Koryta: Again, we come back to the idea of the story you’ve just got to write. I’d been entranced with the folklore and history behind So Cold the River for years, and I just couldn’t put the brakes on. I went off to write a 500-page ghost story, and it prompted a change in publishers, but that book also ended up selling better and getting better publicity than anything I’d done before. So sanity, schmanity, says I!

Hamilton: Seriously, no matter what anyone says now, it was a radical departure for you to try something so different. You probably don’t like categories any more than I do, but you’re probably going to find So Cold the River on the “Horror” shelf in many bookstores, right next to Stephen King. (King, Koryta--okay, maybe Dean Koontz is in the middle there.) The thing that makes this so amazing to me is that just a few years ago, the horror genre was essentially left for dead. You had to know this. And yet here you are, breathing new life into it. What on earth made you decide to attempt such a leap?

Steve Hamilton

Koryta: Ironically, it found me shelved in “fiction and literature” instead of either mystery or horror. I never considered it all that different from my past work. To me, it was still suspense, just with a supernatural thread. But of course I knew some people would feel differently. I tried to take comfort in knowing that other writers--King, Koontz, Matheson, Levin, McCammon, Straub, Bradbury--had done just fine by focusing on writing well. And Joe Hill! Before he got any bump from being King’s son, he got a lot of attention simply for writing a great book. Heart-Shaped Box was an encouragement for me, a reminder of how much fun a writer should be having at his craft. You can feel how much fun he’s having.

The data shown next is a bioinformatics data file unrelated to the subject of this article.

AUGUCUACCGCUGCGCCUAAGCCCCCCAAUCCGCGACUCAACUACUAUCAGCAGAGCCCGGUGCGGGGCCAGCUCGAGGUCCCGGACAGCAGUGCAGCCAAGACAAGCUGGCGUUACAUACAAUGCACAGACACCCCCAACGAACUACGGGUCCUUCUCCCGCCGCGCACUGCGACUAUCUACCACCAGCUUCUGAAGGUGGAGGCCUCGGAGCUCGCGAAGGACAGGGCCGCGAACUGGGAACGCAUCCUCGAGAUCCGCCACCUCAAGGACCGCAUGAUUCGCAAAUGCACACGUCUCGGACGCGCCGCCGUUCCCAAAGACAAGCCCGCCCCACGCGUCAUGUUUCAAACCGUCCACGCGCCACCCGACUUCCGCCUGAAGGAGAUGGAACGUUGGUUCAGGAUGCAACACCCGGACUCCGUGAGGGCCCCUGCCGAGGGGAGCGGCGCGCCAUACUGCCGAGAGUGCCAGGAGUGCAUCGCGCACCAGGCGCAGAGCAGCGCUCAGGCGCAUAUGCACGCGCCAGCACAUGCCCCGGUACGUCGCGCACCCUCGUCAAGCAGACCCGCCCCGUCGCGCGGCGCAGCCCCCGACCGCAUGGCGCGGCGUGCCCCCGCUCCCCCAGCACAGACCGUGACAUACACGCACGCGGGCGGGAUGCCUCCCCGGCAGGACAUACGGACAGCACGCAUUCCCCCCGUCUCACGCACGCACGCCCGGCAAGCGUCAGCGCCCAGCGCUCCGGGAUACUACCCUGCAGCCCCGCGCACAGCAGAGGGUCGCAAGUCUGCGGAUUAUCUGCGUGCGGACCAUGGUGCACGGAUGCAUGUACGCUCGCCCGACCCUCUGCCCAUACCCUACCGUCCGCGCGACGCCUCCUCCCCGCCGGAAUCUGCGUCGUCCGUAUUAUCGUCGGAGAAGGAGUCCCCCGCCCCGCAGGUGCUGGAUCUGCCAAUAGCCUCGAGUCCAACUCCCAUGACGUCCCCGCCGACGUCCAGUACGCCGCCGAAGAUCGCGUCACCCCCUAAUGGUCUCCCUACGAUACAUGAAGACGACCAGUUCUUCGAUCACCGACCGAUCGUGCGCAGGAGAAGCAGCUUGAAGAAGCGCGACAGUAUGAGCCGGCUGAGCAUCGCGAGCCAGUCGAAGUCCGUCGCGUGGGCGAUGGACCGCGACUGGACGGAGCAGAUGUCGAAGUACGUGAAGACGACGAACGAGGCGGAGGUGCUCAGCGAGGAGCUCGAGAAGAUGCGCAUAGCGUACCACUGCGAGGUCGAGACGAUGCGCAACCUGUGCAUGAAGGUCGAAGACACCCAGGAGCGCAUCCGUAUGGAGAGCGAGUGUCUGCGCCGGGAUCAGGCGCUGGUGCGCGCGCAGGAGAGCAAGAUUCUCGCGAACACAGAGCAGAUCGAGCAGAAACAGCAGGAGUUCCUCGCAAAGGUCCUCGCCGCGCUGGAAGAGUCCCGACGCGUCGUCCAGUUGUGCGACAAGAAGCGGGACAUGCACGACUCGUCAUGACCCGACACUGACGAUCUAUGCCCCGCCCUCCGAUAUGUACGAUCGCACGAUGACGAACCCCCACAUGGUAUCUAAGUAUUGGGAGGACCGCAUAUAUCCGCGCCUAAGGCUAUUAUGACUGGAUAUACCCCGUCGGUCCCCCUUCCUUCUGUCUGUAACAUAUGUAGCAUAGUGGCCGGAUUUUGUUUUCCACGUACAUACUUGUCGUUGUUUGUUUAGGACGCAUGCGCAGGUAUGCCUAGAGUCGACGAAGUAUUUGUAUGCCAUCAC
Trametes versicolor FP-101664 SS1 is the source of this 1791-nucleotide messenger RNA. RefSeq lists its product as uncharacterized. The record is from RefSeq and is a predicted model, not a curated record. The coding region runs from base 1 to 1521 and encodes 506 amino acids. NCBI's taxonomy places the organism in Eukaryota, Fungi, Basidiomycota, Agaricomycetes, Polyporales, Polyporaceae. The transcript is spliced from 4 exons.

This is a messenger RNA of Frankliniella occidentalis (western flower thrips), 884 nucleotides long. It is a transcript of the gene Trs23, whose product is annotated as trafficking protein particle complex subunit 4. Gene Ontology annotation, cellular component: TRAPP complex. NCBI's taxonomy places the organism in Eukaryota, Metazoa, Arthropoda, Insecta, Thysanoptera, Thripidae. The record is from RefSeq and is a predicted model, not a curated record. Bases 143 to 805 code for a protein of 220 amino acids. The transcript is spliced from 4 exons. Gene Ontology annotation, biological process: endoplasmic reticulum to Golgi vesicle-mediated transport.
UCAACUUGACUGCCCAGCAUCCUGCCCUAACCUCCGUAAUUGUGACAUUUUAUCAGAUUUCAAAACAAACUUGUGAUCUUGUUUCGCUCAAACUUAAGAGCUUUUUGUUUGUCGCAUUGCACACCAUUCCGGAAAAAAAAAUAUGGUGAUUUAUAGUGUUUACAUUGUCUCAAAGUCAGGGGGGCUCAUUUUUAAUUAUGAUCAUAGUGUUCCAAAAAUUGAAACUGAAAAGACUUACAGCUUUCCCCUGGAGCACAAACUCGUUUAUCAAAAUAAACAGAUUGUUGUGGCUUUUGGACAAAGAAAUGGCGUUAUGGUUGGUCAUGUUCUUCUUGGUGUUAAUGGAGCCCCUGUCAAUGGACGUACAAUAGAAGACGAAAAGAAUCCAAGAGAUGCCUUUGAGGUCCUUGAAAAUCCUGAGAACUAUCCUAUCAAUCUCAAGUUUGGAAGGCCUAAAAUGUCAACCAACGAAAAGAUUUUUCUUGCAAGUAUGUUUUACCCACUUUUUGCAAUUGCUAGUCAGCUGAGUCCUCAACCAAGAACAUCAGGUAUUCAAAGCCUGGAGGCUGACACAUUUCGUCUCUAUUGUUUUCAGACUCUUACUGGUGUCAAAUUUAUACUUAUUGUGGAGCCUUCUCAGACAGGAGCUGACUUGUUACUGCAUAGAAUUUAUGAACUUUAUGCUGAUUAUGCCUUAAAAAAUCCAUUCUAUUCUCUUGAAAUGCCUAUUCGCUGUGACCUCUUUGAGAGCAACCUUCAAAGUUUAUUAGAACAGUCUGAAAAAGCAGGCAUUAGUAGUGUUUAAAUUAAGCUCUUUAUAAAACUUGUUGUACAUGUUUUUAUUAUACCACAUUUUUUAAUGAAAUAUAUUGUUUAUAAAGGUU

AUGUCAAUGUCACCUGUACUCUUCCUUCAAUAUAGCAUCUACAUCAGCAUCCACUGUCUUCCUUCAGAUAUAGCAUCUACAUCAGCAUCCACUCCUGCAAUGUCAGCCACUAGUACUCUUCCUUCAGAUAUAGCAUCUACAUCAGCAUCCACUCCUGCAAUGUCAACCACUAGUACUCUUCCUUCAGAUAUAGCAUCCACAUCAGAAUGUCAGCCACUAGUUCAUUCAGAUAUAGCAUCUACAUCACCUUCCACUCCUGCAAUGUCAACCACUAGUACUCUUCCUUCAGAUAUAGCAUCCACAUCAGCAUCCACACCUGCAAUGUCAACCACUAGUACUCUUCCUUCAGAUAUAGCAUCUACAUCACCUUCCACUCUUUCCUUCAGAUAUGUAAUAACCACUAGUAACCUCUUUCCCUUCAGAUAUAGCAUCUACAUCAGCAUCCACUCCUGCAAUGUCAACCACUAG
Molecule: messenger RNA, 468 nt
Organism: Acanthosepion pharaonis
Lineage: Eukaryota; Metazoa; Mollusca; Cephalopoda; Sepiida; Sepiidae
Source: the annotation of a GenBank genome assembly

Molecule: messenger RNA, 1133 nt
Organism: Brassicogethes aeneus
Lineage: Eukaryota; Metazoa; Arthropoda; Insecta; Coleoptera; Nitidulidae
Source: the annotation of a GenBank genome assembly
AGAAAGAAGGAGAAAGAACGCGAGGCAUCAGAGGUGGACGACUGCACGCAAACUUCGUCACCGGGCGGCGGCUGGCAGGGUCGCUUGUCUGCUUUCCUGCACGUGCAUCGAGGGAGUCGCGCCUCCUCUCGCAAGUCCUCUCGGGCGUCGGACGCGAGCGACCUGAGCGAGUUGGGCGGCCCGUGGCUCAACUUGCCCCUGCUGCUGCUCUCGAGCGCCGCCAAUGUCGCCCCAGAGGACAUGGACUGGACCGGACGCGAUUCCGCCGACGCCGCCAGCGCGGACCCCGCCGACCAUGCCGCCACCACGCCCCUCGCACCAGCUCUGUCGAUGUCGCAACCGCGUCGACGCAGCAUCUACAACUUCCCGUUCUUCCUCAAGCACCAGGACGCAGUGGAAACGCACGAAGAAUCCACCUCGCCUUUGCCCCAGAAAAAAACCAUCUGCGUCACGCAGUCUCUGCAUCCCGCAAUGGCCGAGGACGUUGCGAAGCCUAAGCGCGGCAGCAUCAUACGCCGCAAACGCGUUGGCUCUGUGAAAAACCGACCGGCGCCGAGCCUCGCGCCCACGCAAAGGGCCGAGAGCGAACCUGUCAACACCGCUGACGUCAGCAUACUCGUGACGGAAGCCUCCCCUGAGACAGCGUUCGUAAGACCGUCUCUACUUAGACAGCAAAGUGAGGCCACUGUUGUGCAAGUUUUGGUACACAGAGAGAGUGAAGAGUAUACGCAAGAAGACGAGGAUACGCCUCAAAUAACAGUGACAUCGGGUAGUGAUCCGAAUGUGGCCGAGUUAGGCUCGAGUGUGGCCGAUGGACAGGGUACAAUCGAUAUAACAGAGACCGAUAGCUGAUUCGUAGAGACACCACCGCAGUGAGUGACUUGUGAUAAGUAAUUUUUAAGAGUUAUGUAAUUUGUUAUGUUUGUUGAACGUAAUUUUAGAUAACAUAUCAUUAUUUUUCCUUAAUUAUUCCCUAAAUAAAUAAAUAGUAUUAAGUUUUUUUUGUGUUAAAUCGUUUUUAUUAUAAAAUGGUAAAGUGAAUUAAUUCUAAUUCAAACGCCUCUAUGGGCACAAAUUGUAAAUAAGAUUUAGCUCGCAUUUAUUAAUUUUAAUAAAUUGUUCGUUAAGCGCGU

Hamilton: You’ve kept working in this same vein, with The Cypress House and now with The Ridge. As good as your crime fiction was, I can’t help but think that you’re really hitting your stride now. Does writing a story with paranormal elements give you a better opportunity to do something truly original and amazing?

Koryta: It opens things up a great deal. I think of Hitchcock, who always created suspense, but delivered it in a lot of different ways. Any writer who’s interested in putting a real squeeze of tension around the reader’s heart probably considers a spooky tale at some point, and I’m surprised more don’t chase the impulse. I find that it allows me to wrestle with larger issues thematically and symbolically. Now, that’s a personal experience. But the past three books feel bigger to me in those ways.

Hamilton: Any plans to return to crime fiction (or for that matter, to Lincoln Perry)?

Koryta: Absolutely! The next book is going to be a traditional crime novel, a story I’ve been kicking around for years, about two brothers who lost a sibling to violent crime and grew up coping with that tragedy in radically different ways. It’s also a football book--one of the brothers is a high school coach in Ohio, where high school football is a very big deal. As for Lincoln, we’ll wait and see.

(retrieved from Amazon Thu, 12 Mar 2015 18:20:51 -0400)

(see all 2 descriptions)

For years, a lighthouse at the top of a hill called Blade Ridge has lit up the surrounding woods. But when the lighthouse keeper is found dead, strange things begin happening to the people and animals in the area.

(summary from another edition)